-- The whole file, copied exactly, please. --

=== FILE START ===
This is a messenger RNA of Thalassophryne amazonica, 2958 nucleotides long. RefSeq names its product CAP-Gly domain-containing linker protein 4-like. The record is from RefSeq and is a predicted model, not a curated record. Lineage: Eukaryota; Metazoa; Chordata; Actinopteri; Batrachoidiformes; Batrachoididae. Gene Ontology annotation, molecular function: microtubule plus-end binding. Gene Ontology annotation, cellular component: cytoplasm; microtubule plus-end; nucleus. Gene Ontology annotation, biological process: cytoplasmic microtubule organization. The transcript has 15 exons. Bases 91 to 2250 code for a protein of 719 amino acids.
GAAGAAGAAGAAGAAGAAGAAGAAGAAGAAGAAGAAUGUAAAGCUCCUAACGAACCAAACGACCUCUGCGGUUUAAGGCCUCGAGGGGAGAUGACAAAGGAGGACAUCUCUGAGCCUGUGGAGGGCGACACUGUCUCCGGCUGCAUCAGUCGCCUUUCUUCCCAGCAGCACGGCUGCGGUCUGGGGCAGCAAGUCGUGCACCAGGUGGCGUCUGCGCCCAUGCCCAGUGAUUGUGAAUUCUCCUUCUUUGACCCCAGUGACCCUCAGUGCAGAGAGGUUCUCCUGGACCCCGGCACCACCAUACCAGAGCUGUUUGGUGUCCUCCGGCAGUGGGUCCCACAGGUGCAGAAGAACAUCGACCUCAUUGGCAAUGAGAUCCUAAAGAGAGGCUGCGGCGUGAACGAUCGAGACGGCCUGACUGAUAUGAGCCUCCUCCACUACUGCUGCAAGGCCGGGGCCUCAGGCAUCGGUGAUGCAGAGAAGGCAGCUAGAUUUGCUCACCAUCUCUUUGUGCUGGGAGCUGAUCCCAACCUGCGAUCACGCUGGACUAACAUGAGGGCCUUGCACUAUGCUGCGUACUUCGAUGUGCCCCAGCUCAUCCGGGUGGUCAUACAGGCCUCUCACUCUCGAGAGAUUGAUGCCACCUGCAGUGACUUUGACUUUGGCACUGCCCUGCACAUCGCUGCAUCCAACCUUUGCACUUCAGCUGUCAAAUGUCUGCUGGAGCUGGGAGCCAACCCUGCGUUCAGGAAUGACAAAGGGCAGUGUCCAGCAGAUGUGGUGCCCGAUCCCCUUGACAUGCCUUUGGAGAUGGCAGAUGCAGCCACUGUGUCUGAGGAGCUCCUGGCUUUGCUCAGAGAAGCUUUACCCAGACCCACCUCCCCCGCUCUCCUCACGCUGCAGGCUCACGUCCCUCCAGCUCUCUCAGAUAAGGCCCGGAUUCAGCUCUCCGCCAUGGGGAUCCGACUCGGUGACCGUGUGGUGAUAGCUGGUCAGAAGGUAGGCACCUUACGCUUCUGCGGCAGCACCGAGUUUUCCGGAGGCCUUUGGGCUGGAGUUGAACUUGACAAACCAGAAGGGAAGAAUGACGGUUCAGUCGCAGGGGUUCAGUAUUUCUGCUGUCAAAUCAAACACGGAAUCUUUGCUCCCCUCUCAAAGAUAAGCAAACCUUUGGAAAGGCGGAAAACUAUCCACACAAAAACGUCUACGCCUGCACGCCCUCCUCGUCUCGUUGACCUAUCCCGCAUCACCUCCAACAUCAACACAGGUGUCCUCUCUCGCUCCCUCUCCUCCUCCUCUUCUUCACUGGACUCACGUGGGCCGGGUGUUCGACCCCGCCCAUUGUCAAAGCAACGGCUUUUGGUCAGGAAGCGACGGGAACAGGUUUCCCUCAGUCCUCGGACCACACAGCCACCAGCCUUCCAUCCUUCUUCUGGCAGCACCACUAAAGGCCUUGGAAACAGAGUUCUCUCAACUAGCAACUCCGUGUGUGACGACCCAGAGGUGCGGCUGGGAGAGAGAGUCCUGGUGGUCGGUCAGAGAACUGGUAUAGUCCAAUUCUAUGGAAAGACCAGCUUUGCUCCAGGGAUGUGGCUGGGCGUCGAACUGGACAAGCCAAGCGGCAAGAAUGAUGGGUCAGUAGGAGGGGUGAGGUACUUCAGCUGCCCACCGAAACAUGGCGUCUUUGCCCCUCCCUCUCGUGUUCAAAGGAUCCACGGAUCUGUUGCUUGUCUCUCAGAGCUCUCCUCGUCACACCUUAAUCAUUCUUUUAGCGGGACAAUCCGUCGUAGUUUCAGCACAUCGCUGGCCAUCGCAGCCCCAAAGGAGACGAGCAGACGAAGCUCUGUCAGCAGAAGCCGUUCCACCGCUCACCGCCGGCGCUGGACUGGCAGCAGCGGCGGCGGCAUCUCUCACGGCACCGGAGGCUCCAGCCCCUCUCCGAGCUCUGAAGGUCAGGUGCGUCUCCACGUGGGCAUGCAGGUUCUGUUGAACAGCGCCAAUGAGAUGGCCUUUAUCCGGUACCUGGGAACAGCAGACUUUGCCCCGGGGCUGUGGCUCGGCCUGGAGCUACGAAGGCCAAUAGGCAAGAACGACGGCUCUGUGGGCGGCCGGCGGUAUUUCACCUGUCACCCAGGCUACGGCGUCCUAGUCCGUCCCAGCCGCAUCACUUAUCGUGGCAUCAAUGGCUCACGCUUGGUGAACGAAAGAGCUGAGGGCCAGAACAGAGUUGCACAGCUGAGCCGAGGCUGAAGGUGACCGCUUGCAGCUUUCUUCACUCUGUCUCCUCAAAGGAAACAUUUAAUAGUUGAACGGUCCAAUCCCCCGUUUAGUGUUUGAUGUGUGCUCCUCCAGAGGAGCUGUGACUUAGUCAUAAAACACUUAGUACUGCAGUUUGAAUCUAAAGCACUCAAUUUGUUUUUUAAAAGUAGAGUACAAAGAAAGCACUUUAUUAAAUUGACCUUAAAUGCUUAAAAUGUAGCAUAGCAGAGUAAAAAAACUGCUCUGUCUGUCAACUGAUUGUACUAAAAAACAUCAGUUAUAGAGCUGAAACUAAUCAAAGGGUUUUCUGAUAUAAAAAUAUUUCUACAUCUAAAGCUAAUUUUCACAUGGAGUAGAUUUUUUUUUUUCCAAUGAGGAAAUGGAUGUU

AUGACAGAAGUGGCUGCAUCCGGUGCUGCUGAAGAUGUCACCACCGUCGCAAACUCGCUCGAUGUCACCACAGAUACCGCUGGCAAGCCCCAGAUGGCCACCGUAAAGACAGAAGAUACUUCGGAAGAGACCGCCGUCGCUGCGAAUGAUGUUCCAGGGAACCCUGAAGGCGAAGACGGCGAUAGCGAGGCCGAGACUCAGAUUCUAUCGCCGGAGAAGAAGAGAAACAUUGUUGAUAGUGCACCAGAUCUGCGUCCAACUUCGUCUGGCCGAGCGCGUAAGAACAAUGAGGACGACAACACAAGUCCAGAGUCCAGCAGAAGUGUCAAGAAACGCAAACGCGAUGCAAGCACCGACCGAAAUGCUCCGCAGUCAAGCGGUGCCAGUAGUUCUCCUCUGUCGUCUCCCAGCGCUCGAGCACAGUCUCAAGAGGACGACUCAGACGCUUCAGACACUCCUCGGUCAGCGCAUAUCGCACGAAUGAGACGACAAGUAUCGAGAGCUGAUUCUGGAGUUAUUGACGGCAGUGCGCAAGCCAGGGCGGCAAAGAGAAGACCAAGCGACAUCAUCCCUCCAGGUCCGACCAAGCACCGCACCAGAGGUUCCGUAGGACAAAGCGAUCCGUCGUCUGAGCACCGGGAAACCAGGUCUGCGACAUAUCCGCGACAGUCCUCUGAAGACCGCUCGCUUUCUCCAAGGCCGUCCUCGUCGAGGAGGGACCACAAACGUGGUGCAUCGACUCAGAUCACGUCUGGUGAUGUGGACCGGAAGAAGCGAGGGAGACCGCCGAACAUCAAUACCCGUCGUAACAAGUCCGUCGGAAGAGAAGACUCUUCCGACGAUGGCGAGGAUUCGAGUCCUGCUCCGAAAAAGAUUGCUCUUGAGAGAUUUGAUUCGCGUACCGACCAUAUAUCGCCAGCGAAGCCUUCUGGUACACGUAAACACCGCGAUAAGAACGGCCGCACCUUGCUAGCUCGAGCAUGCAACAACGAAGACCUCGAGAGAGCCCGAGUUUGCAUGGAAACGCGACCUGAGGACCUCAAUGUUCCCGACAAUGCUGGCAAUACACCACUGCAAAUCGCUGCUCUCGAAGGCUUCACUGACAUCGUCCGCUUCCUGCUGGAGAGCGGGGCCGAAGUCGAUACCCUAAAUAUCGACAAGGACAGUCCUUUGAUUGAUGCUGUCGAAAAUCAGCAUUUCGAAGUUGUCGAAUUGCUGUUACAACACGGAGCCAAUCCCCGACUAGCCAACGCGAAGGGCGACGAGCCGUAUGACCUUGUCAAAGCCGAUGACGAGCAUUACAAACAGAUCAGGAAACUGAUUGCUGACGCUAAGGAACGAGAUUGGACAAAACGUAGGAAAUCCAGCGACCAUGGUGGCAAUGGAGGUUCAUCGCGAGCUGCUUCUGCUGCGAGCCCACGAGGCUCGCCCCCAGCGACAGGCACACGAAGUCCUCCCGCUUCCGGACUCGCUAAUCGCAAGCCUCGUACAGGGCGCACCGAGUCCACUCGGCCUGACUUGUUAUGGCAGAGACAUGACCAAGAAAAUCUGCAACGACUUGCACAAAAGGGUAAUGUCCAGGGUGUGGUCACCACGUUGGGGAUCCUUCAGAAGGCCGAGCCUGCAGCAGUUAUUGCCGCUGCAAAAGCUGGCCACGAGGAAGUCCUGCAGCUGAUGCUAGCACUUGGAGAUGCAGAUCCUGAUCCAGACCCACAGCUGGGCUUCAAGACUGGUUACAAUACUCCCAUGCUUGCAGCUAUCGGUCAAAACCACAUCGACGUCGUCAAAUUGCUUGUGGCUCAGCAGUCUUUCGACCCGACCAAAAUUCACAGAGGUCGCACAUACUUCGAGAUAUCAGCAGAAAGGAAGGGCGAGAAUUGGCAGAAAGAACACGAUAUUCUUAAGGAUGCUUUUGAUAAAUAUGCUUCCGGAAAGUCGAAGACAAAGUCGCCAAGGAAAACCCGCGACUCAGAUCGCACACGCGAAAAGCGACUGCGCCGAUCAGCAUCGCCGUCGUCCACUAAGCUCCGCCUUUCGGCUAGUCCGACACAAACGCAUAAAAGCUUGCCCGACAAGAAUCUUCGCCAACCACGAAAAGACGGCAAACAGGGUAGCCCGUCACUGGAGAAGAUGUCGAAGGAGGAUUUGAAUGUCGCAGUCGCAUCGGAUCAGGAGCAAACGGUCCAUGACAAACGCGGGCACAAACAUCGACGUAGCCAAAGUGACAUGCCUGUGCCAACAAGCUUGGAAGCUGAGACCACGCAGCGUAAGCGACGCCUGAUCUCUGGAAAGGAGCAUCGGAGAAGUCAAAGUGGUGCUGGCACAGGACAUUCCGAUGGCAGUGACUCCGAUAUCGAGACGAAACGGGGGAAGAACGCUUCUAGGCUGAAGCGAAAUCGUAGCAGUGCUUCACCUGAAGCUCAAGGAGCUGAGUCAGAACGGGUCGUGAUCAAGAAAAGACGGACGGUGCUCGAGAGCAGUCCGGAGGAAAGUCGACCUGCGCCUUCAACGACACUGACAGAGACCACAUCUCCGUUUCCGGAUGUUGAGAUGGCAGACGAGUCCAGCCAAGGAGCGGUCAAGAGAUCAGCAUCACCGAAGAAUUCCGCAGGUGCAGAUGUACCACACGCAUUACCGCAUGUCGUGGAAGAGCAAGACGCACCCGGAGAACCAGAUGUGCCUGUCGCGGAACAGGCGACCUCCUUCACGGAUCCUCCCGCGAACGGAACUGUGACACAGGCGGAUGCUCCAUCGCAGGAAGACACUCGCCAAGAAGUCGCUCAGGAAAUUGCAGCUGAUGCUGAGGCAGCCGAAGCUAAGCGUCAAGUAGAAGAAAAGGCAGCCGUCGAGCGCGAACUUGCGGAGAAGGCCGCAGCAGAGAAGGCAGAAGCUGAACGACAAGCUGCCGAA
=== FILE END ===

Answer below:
This is a messenger RNA of Thalassophryne amazonica, 2958 nucleotides long. RefSeq names its product CAP-Gly domain-containing linker protein 4-like. The record is from RefSeq and is a predicted model, not a curated record. Lineage: Eukaryota; Metazoa; Chordata; Actinopteri; Batrachoidiformes; Batrachoididae. Gene Ontology annotation, molecular function: microtubule plus-end binding. Gene Ontology annotation, cellular component: cytoplasm; microtubule plus-end; nucleus. Gene Ontology annotation, biological process: cytoplasmic microtubule organization. The transcript has 15 exons. Bases 91 to 2250 code for a protein of 719 amino acids.
GAAGAAGAAGAAGAAGAAGAAGAAGAAGAAGAAGAAUGUAAAGCUCCUAACGAACCAAACGACCUCUGCGGUUUAAGGCCUCGAGGGGAGAUGACAAAGGAGGACAUCUCUGAGCCUGUGGAGGGCGACACUGUCUCCGGCUGCAUCAGUCGCCUUUCUUCCCAGCAGCACGGCUGCGGUCUGGGGCAGCAAGUCGUGCACCAGGUGGCGUCUGCGCCCAUGCCCAGUGAUUGUGAAUUCUCCUUCUUUGACCCCAGUGACCCUCAGUGCAGAGAGGUUCUCCUGGACCCCGGCACCACCAUACCAGAGCUGUUUGGUGUCCUCCGGCAGUGGGUCCCACAGGUGCAGAAGAACAUCGACCUCAUUGGCAAUGAGAUCCUAAAGAGAGGCUGCGGCGUGAACGAUCGAGACGGCCUGACUGAUAUGAGCCUCCUCCACUACUGCUGCAAGGCCGGGGCCUCAGGCAUCGGUGAUGCAGAGAAGGCAGCUAGAUUUGCUCACCAUCUCUUUGUGCUGGGAGCUGAUCCCAACCUGCGAUCACGCUGGACUAACAUGAGGGCCUUGCACUAUGCUGCGUACUUCGAUGUGCCCCAGCUCAUCCGGGUGGUCAUACAGGCCUCUCACUCUCGAGAGAUUGAUGCCACCUGCAGUGACUUUGACUUUGGCACUGCCCUGCACAUCGCUGCAUCCAACCUUUGCACUUCAGCUGUCAAAUGUCUGCUGGAGCUGGGAGCCAACCCUGCGUUCAGGAAUGACAAAGGGCAGUGUCCAGCAGAUGUGGUGCCCGAUCCCCUUGACAUGCCUUUGGAGAUGGCAGAUGCAGCCACUGUGUCUGAGGAGCUCCUGGCUUUGCUCAGAGAAGCUUUACCCAGACCCACCUCCCCCGCUCUCCUCACGCUGCAGGCUCACGUCCCUCCAGCUCUCUCAGAUAAGGCCCGGAUUCAGCUCUCCGCCAUGGGGAUCCGACUCGGUGACCGUGUGGUGAUAGCUGGUCAGAAGGUAGGCACCUUACGCUUCUGCGGCAGCACCGAGUUUUCCGGAGGCCUUUGGGCUGGAGUUGAACUUGACAAACCAGAAGGGAAGAAUGACGGUUCAGUCGCAGGGGUUCAGUAUUUCUGCUGUCAAAUCAAACACGGAAUCUUUGCUCCCCUCUCAAAGAUAAGCAAACCUUUGGAAAGGCGGAAAACUAUCCACACAAAAACGUCUACGCCUGCACGCCCUCCUCGUCUCGUUGACCUAUCCCGCAUCACCUCCAACAUCAACACAGGUGUCCUCUCUCGCUCCCUCUCCUCCUCCUCUUCUUCACUGGACUCACGUGGGCCGGGUGUUCGACCCCGCCCAUUGUCAAAGCAACGGCUUUUGGUCAGGAAGCGACGGGAACAGGUUUCCCUCAGUCCUCGGACCACACAGCCACCAGCCUUCCAUCCUUCUUCUGGCAGCACCACUAAAGGCCUUGGAAACAGAGUUCUCUCAACUAGCAACUCCGUGUGUGACGACCCAGAGGUGCGGCUGGGAGAGAGAGUCCUGGUGGUCGGUCAGAGAACUGGUAUAGUCCAAUUCUAUGGAAAGACCAGCUUUGCUCCAGGGAUGUGGCUGGGCGUCGAACUGGACAAGCCAAGCGGCAAGAAUGAUGGGUCAGUAGGAGGGGUGAGGUACUUCAGCUGCCCACCGAAACAUGGCGUCUUUGCCCCUCCCUCUCGUGUUCAAAGGAUCCACGGAUCUGUUGCUUGUCUCUCAGAGCUCUCCUCGUCACACCUUAAUCAUUCUUUUAGCGGGACAAUCCGUCGUAGUUUCAGCACAUCGCUGGCCAUCGCAGCCCCAAAGGAGACGAGCAGACGAAGCUCUGUCAGCAGAAGCCGUUCCACCGCUCACCGCCGGCGCUGGACUGGCAGCAGCGGCGGCGGCAUCUCUCACGGCACCGGAGGCUCCAGCCCCUCUCCGAGCUCUGAAGGUCAGGUGCGUCUCCACGUGGGCAUGCAGGUUCUGUUGAACAGCGCCAAUGAGAUGGCCUUUAUCCGGUACCUGGGAACAGCAGACUUUGCCCCGGGGCUGUGGCUCGGCCUGGAGCUACGAAGGCCAAUAGGCAAGAACGACGGCUCUGUGGGCGGCCGGCGGUAUUUCACCUGUCACCCAGGCUACGGCGUCCUAGUCCGUCCCAGCCGCAUCACUUAUCGUGGCAUCAAUGGCUCACGCUUGGUGAACGAAAGAGCUGAGGGCCAGAACAGAGUUGCACAGCUGAGCCGAGGCUGAAGGUGACCGCUUGCAGCUUUCUUCACUCUGUCUCCUCAAAGGAAACAUUUAAUAGUUGAACGGUCCAAUCCCCCGUUUAGUGUUUGAUGUGUGCUCCUCCAGAGGAGCUGUGACUUAGUCAUAAAACACUUAGUACUGCAGUUUGAAUCUAAAGCACUCAAUUUGUUUUUUAAAAGUAGAGUACAAAGAAAGCACUUUAUUAAAUUGACCUUAAAUGCUUAAAAUGUAGCAUAGCAGAGUAAAAAAACUGCUCUGUCUGUCAACUGAUUGUACUAAAAAACAUCAGUUAUAGAGCUGAAACUAAUCAAAGGGUUUUCUGAUAUAAAAAUAUUUCUACAUCUAAAGCUAAUUUUCACAUGGAGUAGAUUUUUUUUUUUCCAAUGAGGAAAUGGAUGUU

AUGACAGAAGUGGCUGCAUCCGGUGCUGCUGAAGAUGUCACCACCGUCGCAAACUCGCUCGAUGUCACCACAGAUACCGCUGGCAAGCCCCAGAUGGCCACCGUAAAGACAGAAGAUACUUCGGAAGAGACCGCCGUCGCUGCGAAUGAUGUUCCAGGGAACCCUGAAGGCGAAGACGGCGAUAGCGAGGCCGAGACUCAGAUUCUAUCGCCGGAGAAGAAGAGAAACAUUGUUGAUAGUGCACCAGAUCUGCGUCCAACUUCGUCUGGCCGAGCGCGUAAGAACAAUGAGGACGACAACACAAGUCCAGAGUCCAGCAGAAGUGUCAAGAAACGCAAACGCGAUGCAAGCACCGACCGAAAUGCUCCGCAGUCAAGCGGUGCCAGUAGUUCUCCUCUGUCGUCUCCCAGCGCUCGAGCACAGUCUCAAGAGGACGACUCAGACGCUUCAGACACUCCUCGGUCAGCGCAUAUCGCACGAAUGAGACGACAAGUAUCGAGAGCUGAUUCUGGAGUUAUUGACGGCAGUGCGCAAGCCAGGGCGGCAAAGAGAAGACCAAGCGACAUCAUCCCUCCAGGUCCGACCAAGCACCGCACCAGAGGUUCCGUAGGACAAAGCGAUCCGUCGUCUGAGCACCGGGAAACCAGGUCUGCGACAUAUCCGCGACAGUCCUCUGAAGACCGCUCGCUUUCUCCAAGGCCGUCCUCGUCGAGGAGGGACCACAAACGUGGUGCAUCGACUCAGAUCACGUCUGGUGAUGUGGACCGGAAGAAGCGAGGGAGACCGCCGAACAUCAAUACCCGUCGUAACAAGUCCGUCGGAAGAGAAGACUCUUCCGACGAUGGCGAGGAUUCGAGUCCUGCUCCGAAAAAGAUUGCUCUUGAGAGAUUUGAUUCGCGUACCGACCAUAUAUCGCCAGCGAAGCCUUCUGGUACACGUAAACACCGCGAUAAGAACGGCCGCACCUUGCUAGCUCGAGCAUGCAACAACGAAGACCUCGAGAGAGCCCGAGUUUGCAUGGAAACGCGACCUGAGGACCUCAAUGUUCCCGACAAUGCUGGCAAUACACCACUGCAAAUCGCUGCUCUCGAAGGCUUCACUGACAUCGUCCGCUUCCUGCUGGAGAGCGGGGCCGAAGUCGAUACCCUAAAUAUCGACAAGGACAGUCCUUUGAUUGAUGCUGUCGAAAAUCAGCAUUUCGAAGUUGUCGAAUUGCUGUUACAACACGGAGCCAAUCCCCGACUAGCCAACGCGAAGGGCGACGAGCCGUAUGACCUUGUCAAAGCCGAUGACGAGCAUUACAAACAGAUCAGGAAACUGAUUGCUGACGCUAAGGAACGAGAUUGGACAAAACGUAGGAAAUCCAGCGACCAUGGUGGCAAUGGAGGUUCAUCGCGAGCUGCUUCUGCUGCGAGCCCACGAGGCUCGCCCCCAGCGACAGGCACACGAAGUCCUCCCGCUUCCGGACUCGCUAAUCGCAAGCCUCGUACAGGGCGCACCGAGUCCACUCGGCCUGACUUGUUAUGGCAGAGACAUGACCAAGAAAAUCUGCAACGACUUGCACAAAAGGGUAAUGUCCAGGGUGUGGUCACCACGUUGGGGAUCCUUCAGAAGGCCGAGCCUGCAGCAGUUAUUGCCGCUGCAAAAGCUGGCCACGAGGAAGUCCUGCAGCUGAUGCUAGCACUUGGAGAUGCAGAUCCUGAUCCAGACCCACAGCUGGGCUUCAAGACUGGUUACAAUACUCCCAUGCUUGCAGCUAUCGGUCAAAACCACAUCGACGUCGUCAAAUUGCUUGUGGCUCAGCAGUCUUUCGACCCGACCAAAAUUCACAGAGGUCGCACAUACUUCGAGAUAUCAGCAGAAAGGAAGGGCGAGAAUUGGCAGAAAGAACACGAUAUUCUUAAGGAUGCUUUUGAUAAAUAUGCUUCCGGAAAGUCGAAGACAAAGUCGCCAAGGAAAACCCGCGACUCAGAUCGCACACGCGAAAAGCGACUGCGCCGAUCAGCAUCGCCGUCGUCCACUAAGCUCCGCCUUUCGGCUAGUCCGACACAAACGCAUAAAAGCUUGCCCGACAAGAAUCUUCGCCAACCACGAAAAGACGGCAAACAGGGUAGCCCGUCACUGGAGAAGAUGUCGAAGGAGGAUUUGAAUGUCGCAGUCGCAUCGGAUCAGGAGCAAACGGUCCAUGACAAACGCGGGCACAAACAUCGACGUAGCCAAAGUGACAUGCCUGUGCCAACAAGCUUGGAAGCUGAGACCACGCAGCGUAAGCGACGCCUGAUCUCUGGAAAGGAGCAUCGGAGAAGUCAAAGUGGUGCUGGCACAGGACAUUCCGAUGGCAGUGACUCCGAUAUCGAGACGAAACGGGGGAAGAACGCUUCUAGGCUGAAGCGAAAUCGUAGCAGUGCUUCACCUGAAGCUCAAGGAGCUGAGUCAGAACGGGUCGUGAUCAAGAAAAGACGGACGGUGCUCGAGAGCAGUCCGGAGGAAAGUCGACCUGCGCCUUCAACGACACUGACAGAGACCACAUCUCCGUUUCCGGAUGUUGAGAUGGCAGACGAGUCCAGCCAAGGAGCGGUCAAGAGAUCAGCAUCACCGAAGAAUUCCGCAGGUGCAGAUGUACCACACGCAUUACCGCAUGUCGUGGAAGAGCAAGACGCACCCGGAGAACCAGAUGUGCCUGUCGCGGAACAGGCGACCUCCUUCACGGAUCCUCCCGCGAACGGAACUGUGACACAGGCGGAUGCUCCAUCGCAGGAAGACACUCGCCAAGAAGUCGCUCAGGAAAUUGCAGCUGAUGCUGAGGCAGCCGAAGCUAAGCGUCAAGUAGAAGAAAAGGCAGCCGUCGAGCGCGAACUUGCGGAGAAGGCCGCAGCAGAGAAGGCAGAAGCUGAACGACAAGCUGCCGAA